Public health concern from CMV in daycare centers

Cytomegalovirus infection did not appear to cause illness in the children; investigators who studied large numbers of young children who acquired CMV in day-care centers did not identify symptomatic infections (Adler, 1988a; Pass,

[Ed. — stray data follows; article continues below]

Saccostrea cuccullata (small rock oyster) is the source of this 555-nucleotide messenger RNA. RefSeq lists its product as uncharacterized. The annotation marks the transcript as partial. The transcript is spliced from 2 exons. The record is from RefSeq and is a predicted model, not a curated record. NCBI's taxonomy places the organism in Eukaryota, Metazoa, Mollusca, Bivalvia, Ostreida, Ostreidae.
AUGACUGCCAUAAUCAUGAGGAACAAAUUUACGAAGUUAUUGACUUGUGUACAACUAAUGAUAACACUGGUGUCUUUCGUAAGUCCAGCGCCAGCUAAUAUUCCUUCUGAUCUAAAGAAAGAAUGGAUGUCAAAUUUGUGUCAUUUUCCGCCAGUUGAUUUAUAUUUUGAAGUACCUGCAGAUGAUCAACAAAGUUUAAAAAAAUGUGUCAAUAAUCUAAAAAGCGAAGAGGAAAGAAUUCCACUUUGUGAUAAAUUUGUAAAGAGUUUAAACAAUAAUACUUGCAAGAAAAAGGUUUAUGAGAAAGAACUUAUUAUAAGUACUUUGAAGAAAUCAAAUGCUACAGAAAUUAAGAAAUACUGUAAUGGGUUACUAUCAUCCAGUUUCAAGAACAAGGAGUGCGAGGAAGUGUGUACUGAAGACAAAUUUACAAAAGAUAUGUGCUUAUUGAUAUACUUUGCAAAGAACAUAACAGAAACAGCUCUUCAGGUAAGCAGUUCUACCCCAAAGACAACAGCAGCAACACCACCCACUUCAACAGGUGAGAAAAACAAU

1990). However, the fact that CMV infection and shedding of virus were so common in children in day-care centers raised concern about the possibility that they would transmit virus to their caregivers (mothers and day-care workers), who were mostly women of childbearing age, and that increased CMV infection rates in these young women would result in increased occurrence of congenital CMV infection. A markedly increased rate of CMV infection was found in parents of children in day care compared with parents of children in home care, and infection in the parents was clearly related to whether or not their toddler was shedding CMV (Pass et al., 1986). As with child-to-child transmission, RFLP analysis confirmed transmission of CMV from children who acquired virus in day care to parents (Adler, 1986). Subsequent studies showed that day-care workers had increased rates of CMV infection ranging from around 8 percent to 20 percent per year, compared with a rate of around 2 percent in other adults (Adler, 1989; Pass et al., 1990; Murph et al., 1991). In addition, study of CMV infection in day-care workers and RFLP analysis of viral DNA from CMV isolated from children and workers showed that the children were the source of virus for the day-care workers (Adler, 1988b). The connection between day-care center CMV infections and congenital infection was confirmed in family studies that used RFLP analysis of CMV DNA to demonstrate that a child who acquired CMV in day care transmitted virus to its mother, and that this virus was transmitted transplacentally to a fetus (Pass et al., 1987).

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